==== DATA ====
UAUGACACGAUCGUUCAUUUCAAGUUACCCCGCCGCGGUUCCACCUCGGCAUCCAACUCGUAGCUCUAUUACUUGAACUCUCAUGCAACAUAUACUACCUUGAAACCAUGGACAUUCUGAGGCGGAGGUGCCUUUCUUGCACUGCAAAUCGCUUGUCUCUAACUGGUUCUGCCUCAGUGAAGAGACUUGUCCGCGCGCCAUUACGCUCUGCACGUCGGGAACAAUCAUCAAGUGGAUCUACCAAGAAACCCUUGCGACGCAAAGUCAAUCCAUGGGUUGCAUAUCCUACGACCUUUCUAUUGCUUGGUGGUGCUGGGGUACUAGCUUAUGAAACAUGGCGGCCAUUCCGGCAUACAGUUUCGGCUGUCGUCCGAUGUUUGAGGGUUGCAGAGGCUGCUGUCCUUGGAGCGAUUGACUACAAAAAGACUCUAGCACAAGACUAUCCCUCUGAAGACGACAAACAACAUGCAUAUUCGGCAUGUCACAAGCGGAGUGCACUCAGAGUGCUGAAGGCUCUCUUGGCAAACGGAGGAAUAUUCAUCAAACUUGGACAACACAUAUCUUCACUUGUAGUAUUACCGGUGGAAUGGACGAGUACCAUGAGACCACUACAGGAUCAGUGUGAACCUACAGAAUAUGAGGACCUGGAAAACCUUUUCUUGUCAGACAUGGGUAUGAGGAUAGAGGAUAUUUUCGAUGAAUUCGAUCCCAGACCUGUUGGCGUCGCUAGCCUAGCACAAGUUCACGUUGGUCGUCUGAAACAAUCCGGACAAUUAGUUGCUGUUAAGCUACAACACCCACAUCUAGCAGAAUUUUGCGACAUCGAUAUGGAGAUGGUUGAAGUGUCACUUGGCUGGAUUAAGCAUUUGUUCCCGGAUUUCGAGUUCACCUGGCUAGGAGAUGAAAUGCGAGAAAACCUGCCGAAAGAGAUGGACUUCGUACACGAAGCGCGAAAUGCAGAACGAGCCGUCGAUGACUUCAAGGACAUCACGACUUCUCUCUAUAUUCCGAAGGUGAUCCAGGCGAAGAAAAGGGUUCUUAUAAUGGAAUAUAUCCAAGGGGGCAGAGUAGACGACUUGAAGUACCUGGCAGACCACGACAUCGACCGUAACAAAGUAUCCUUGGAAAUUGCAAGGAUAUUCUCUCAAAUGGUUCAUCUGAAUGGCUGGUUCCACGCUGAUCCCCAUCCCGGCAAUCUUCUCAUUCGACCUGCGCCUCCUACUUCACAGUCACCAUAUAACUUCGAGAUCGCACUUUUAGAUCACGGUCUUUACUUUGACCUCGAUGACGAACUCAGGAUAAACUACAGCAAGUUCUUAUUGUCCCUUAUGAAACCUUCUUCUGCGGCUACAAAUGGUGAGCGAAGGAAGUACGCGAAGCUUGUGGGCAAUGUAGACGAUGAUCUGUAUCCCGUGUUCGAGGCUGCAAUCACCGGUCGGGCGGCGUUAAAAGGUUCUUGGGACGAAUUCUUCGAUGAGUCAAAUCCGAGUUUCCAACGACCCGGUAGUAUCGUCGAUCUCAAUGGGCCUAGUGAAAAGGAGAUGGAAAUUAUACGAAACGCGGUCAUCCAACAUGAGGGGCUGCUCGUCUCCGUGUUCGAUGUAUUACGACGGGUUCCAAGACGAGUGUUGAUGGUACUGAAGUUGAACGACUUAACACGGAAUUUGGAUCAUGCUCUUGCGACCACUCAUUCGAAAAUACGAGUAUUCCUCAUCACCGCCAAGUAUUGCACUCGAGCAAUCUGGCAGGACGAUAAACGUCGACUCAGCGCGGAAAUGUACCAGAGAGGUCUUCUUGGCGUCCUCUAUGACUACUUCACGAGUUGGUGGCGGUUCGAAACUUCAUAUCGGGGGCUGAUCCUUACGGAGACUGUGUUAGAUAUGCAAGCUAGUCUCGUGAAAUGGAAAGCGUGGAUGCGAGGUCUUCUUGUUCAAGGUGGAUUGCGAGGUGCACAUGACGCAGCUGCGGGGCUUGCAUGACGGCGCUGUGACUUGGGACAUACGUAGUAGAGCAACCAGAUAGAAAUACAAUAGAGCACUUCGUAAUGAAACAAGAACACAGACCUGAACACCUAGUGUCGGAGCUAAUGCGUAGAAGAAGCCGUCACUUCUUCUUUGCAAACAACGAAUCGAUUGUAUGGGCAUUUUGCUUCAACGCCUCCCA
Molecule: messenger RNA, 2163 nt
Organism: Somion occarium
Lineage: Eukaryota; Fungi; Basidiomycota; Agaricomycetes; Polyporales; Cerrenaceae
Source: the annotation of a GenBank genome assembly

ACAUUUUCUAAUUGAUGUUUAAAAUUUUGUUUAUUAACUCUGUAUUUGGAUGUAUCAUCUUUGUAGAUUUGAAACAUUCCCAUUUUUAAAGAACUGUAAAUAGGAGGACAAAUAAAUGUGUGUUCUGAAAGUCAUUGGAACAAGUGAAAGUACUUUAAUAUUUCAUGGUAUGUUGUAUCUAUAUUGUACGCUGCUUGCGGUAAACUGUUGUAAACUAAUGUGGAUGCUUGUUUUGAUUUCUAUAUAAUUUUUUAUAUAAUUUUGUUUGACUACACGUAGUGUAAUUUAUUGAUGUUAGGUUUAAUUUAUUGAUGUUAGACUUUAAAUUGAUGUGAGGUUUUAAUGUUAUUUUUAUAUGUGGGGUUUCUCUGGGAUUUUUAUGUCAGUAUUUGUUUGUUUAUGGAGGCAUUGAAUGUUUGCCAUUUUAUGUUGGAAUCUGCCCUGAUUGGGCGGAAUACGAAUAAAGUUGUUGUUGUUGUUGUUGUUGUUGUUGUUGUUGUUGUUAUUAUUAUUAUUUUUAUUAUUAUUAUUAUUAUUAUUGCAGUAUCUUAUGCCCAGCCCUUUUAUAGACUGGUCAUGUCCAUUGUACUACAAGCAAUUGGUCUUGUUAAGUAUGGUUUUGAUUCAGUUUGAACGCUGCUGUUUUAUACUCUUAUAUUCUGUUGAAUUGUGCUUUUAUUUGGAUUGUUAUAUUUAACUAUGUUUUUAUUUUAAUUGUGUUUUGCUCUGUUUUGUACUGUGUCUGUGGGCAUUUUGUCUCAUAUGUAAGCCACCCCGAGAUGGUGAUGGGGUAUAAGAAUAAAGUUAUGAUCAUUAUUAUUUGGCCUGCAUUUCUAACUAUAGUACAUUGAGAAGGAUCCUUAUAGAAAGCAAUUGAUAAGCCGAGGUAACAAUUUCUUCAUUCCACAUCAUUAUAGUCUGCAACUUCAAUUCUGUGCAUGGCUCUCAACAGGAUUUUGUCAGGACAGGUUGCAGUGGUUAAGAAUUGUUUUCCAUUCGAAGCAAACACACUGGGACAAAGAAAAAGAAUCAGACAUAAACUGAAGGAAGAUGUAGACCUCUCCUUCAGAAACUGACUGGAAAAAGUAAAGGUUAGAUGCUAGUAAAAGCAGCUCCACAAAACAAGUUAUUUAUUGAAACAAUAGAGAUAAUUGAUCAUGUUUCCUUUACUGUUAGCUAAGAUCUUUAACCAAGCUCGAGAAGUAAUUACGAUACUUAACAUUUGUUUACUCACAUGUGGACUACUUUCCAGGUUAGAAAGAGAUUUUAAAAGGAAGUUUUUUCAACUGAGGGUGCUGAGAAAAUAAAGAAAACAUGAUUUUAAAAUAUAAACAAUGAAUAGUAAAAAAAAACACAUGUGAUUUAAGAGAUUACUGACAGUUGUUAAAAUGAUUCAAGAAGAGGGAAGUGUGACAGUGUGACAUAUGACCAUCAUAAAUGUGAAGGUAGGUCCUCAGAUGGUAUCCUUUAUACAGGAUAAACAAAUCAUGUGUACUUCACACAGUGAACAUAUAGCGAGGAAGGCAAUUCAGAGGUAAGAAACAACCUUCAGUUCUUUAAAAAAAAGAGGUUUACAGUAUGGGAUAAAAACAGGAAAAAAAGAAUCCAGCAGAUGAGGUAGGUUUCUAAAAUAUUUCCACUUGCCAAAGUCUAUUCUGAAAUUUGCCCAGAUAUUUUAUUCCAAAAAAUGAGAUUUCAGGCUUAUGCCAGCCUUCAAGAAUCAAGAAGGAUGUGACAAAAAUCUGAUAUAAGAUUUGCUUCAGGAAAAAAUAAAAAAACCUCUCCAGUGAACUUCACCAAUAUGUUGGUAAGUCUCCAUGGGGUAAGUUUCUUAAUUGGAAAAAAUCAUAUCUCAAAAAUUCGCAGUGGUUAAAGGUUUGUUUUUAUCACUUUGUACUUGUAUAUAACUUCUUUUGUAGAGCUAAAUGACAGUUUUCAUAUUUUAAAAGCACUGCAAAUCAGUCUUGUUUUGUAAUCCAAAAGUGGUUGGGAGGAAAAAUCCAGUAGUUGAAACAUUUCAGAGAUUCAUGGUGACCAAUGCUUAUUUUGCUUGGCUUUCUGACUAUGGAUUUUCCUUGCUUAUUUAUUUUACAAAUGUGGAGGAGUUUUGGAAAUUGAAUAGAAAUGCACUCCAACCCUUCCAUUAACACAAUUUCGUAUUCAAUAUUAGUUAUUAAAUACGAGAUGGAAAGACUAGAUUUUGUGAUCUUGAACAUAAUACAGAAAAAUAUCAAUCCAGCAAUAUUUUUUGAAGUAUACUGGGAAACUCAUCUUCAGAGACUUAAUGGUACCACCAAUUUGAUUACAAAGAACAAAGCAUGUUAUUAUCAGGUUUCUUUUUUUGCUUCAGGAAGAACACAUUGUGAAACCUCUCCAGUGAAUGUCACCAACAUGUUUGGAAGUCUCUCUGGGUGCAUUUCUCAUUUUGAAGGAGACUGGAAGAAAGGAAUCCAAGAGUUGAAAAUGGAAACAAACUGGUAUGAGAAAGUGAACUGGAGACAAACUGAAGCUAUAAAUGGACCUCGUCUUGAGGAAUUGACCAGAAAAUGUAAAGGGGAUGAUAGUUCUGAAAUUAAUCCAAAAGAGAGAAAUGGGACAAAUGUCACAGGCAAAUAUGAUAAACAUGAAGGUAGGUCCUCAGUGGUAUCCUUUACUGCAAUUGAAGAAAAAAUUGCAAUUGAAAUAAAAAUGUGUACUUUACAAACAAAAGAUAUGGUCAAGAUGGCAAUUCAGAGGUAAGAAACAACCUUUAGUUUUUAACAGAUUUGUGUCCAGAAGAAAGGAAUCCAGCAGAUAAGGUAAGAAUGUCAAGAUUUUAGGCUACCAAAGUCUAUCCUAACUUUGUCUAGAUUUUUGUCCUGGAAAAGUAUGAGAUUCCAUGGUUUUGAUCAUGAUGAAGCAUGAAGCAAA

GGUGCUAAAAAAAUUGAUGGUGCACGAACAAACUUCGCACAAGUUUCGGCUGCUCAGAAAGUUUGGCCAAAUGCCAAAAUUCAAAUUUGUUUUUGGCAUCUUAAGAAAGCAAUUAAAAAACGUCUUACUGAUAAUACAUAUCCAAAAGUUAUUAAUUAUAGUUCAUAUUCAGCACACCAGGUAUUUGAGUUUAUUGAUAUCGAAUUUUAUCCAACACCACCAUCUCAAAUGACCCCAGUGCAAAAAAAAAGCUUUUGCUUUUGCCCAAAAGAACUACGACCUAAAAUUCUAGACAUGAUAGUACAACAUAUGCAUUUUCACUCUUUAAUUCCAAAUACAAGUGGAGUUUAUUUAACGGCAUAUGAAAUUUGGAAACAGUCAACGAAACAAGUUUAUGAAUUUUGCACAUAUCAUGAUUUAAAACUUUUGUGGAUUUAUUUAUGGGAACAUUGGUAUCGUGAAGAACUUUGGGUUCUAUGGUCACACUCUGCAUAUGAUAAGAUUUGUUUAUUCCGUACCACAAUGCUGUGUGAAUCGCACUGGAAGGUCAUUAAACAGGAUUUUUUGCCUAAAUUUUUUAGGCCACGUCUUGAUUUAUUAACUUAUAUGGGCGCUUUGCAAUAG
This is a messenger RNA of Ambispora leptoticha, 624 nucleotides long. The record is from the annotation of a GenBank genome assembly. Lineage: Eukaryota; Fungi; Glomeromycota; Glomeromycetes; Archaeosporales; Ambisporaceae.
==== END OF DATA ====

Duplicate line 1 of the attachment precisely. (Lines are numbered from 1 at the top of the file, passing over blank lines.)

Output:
UAUGACACGAUCGUUCAUUUCAAGUUACCCCGCCGCGGUUCCACCUCGGCAUCCAACUCGUAGCUCUAUUACUUGAACUCUCAUGCAACAUAUACUACCUUGAAACCAUGGACAUUCUGAGGCGGAGGUGCCUUUCUUGCACUGCAAAUCGCUUGUCUCUAACUGGUUCUGCCUCAGUGAAGAGACUUGUCCGCGCGCCAUUACGCUCUGCACGUCGGGAACAAUCAUCAAGUGGAUCUACCAAGAAACCCUUGCGACGCAAAGUCAAUCCAUGGGUUGCAUAUCCUACGACCUUUCUAUUGCUUGGUGGUGCUGGGGUACUAGCUUAUGAAACAUGGCGGCCAUUCCGGCAUACAGUUUCGGCUGUCGUCCGAUGUUUGAGGGUUGCAGAGGCUGCUGUCCUUGGAGCGAUUGACUACAAAAAGACUCUAGCACAAGACUAUCCCUCUGAAGACGACAAACAACAUGCAUAUUCGGCAUGUCACAAGCGGAGUGCACUCAGAGUGCUGAAGGCUCUCUUGGCAAACGGAGGAAUAUUCAUCAAACUUGGACAACACAUAUCUUCACUUGUAGUAUUACCGGUGGAAUGGACGAGUACCAUGAGACCACUACAGGAUCAGUGUGAACCUACAGAAUAUGAGGACCUGGAAAACCUUUUCUUGUCAGACAUGGGUAUGAGGAUAGAGGAUAUUUUCGAUGAAUUCGAUCCCAGACCUGUUGGCGUCGCUAGCCUAGCACAAGUUCACGUUGGUCGUCUGAAACAAUCCGGACAAUUAGUUGCUGUUAAGCUACAACACCCACAUCUAGCAGAAUUUUGCGACAUCGAUAUGGAGAUGGUUGAAGUGUCACUUGGCUGGAUUAAGCAUUUGUUCCCGGAUUUCGAGUUCACCUGGCUAGGAGAUGAAAUGCGAGAAAACCUGCCGAAAGAGAUGGACUUCGUACACGAAGCGCGAAAUGCAGAACGAGCCGUCGAUGACUUCAAGGACAUCACGACUUCUCUCUAUAUUCCGAAGGUGAUCCAGGCGAAGAAAAGGGUUCUUAUAAUGGAAUAUAUCCAAGGGGGCAGAGUAGACGACUUGAAGUACCUGGCAGACCACGACAUCGACCGUAACAAAGUAUCCUUGGAAAUUGCAAGGAUAUUCUCUCAAAUGGUUCAUCUGAAUGGCUGGUUCCACGCUGAUCCCCAUCCCGGCAAUCUUCUCAUUCGACCUGCGCCUCCUACUUCACAGUCACCAUAUAACUUCGAGAUCGCACUUUUAGAUCACGGUCUUUACUUUGACCUCGAUGACGAACUCAGGAUAAACUACAGCAAGUUCUUAUUGUCCCUUAUGAAACCUUCUUCUGCGGCUACAAAUGGUGAGCGAAGGAAGUACGCGAAGCUUGUGGGCAAUGUAGACGAUGAUCUGUAUCCCGUGUUCGAGGCUGCAAUCACCGGUCGGGCGGCGUUAAAAGGUUCUUGGGACGAAUUCUUCGAUGAGUCAAAUCCGAGUUUCCAACGACCCGGUAGUAUCGUCGAUCUCAAUGGGCCUAGUGAAAAGGAGAUGGAAAUUAUACGAAACGCGGUCAUCCAACAUGAGGGGCUGCUCGUCUCCGUGUUCGAUGUAUUACGACGGGUUCCAAGACGAGUGUUGAUGGUACUGAAGUUGAACGACUUAACACGGAAUUUGGAUCAUGCUCUUGCGACCACUCAUUCGAAAAUACGAGUAUUCCUCAUCACCGCCAAGUAUUGCACUCGAGCAAUCUGGCAGGACGAUAAACGUCGACUCAGCGCGGAAAUGUACCAGAGAGGUCUUCUUGGCGUCCUCUAUGACUACUUCACGAGUUGGUGGCGGUUCGAAACUUCAUAUCGGGGGCUGAUCCUUACGGAGACUGUGUUAGAUAUGCAAGCUAGUCUCGUGAAAUGGAAAGCGUGGAUGCGAGGUCUUCUUGUUCAAGGUGGAUUGCGAGGUGCACAUGACGCAGCUGCGGGGCUUGCAUGACGGCGCUGUGACUUGGGACAUACGUAGUAGAGCAACCAGAUAGAAAUACAAUAGAGCACUUCGUAAUGAAACAAGAACACAGACCUGAACACCUAGUGUCGGAGCUAAUGCGUAGAAGAAGCCGUCACUUCUUCUUUGCAAACAACGAAUCGAUUGUAUGGGCAUUUUGCUUCAACGCCUCCCA